The planned extension is at the bottom of the picture.

Huon ramping up capacity for larger post-smolts

£57.7m nursery expansion will enable Tazzy salmon farmer to make better use of marine site capacity


Tasmanian salmon farmer Huon is to spend A$110 million (£57.7m) to expand its land-based Whale Point nursery in Port Huon

The recirculating aquaculture system (RAS) facility will increase capacity at the plant, enabling Huon to produce more large post-smolts for its marine farms in Storm Bay.

For the past five years, Huon has had the ability to grow post-smolts of up to 1kg or more out at Whale Point, although most of the fish produced have been smaller than that at transfer. Stocking bigger fish in marine pens can reduce the time they spend in the sea before harvest to less than a year.

This allows for increased production capacity from existing leases, reduces the risk of mortality, and helps even out Huon’s harvest profile.

Work on the extension is due to start early next year, pending approvals, and the facility should be fully operational by 2027. Huon said 99% of water used in the plant will be recirculated, and the remaining 1% will be used for freshwater baths at marine sites.

An illustration of the proposed extension.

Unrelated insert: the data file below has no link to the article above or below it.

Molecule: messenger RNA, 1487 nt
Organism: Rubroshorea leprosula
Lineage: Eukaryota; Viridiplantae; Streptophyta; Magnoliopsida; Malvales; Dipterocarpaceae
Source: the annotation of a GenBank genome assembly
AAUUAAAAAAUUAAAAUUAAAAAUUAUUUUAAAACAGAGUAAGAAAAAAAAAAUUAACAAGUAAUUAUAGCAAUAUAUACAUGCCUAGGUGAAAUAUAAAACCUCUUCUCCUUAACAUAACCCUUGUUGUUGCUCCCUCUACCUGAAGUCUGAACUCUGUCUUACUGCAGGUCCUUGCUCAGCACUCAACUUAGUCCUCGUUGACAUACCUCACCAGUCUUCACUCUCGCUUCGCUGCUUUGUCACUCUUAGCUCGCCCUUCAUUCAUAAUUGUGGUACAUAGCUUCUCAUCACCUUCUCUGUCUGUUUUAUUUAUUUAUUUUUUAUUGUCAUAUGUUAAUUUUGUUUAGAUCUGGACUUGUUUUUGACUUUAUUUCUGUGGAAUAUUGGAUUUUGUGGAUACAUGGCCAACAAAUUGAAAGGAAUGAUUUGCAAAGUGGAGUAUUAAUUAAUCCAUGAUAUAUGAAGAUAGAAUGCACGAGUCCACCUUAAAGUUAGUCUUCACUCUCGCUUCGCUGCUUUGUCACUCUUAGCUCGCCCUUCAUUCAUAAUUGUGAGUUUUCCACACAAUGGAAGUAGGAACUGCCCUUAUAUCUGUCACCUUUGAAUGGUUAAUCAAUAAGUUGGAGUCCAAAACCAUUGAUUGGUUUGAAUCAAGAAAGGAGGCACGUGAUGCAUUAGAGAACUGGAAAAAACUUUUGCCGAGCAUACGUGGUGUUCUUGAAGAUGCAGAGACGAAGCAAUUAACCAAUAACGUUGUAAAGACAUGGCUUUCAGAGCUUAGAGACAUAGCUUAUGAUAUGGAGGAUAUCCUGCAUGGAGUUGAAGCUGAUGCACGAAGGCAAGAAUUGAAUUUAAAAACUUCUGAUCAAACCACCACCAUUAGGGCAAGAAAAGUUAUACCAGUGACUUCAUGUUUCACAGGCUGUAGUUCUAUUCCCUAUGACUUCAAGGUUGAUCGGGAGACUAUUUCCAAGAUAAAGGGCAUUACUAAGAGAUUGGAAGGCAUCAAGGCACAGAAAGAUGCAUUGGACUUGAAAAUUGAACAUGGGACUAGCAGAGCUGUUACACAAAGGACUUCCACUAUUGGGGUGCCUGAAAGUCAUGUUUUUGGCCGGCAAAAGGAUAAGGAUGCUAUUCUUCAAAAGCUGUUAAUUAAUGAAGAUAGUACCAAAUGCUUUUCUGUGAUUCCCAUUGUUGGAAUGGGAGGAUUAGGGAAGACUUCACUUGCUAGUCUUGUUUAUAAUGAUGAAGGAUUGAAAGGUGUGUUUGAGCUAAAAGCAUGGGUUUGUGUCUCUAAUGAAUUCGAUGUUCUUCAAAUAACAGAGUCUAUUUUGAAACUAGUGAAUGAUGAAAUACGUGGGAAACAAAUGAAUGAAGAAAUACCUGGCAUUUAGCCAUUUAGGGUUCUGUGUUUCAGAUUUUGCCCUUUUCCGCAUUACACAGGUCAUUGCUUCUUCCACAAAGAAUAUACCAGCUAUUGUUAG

“By doing this, Huon reduces the need for freshwater supplies, minimising the requirement for the extraction of water resources from freshwater dams,” the company said on its website.

There are no sea lice for Tasmanian fish farmers to contend with, but they do have to control amoebic gill disease (AGD), which can be done with freshwater treatments.

Whale Point is on high ground, and its fish are gravity-fed directly into wellboats for transfer to farms through a 1 km pipe in a journey that takes eight minutes. No additional vessel movements will be required for the increased number of larger fish because Huon has spare capacity.

Vessels contracted by the company include the Sølvtrans wellboat Ronja Storm, which is one of the world’s largest capacity wellboats. Its wells have a volume of 7,000m³, and can hold 800 tonnes of fish.

It has an on-board desalination plant which can produce 700,000 litres of freshwater every hour for freshwater treatments.

Huon's David Mitchell with one of the fish grown at the Whale Point nursery in 2019. The extension will give Huon more capacity for such big smolts.